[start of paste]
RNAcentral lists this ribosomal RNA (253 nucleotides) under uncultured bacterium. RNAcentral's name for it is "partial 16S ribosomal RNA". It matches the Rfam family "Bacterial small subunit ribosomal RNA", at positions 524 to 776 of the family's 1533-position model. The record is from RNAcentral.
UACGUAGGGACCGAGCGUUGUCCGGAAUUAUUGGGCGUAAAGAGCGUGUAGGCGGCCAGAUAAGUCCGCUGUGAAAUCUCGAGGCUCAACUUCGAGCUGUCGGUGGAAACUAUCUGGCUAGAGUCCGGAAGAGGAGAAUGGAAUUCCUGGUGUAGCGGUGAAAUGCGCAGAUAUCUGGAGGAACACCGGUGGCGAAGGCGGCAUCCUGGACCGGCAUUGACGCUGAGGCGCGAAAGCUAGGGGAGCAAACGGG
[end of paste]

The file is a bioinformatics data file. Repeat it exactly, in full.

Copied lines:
RNAcentral lists this ribosomal RNA (253 nucleotides) under uncultured bacterium. RNAcentral's name for it is "partial 16S ribosomal RNA". It matches the Rfam family "Bacterial small subunit ribosomal RNA", at positions 524 to 776 of the family's 1533-position model. The record is from RNAcentral.
UACGUAGGGACCGAGCGUUGUCCGGAAUUAUUGGGCGUAAAGAGCGUGUAGGCGGCCAGAUAAGUCCGCUGUGAAAUCUCGAGGCUCAACUUCGAGCUGUCGGUGGAAACUAUCUGGCUAGAGUCCGGAAGAGGAGAAUGGAAUUCCUGGUGUAGCGGUGAAAUGCGCAGAUAUCUGGAGGAACACCGGUGGCGAAGGCGGCAUCCUGGACCGGCAUUGACGCUGAGGCGCGAAAGCUAGGGGAGCAAACGGG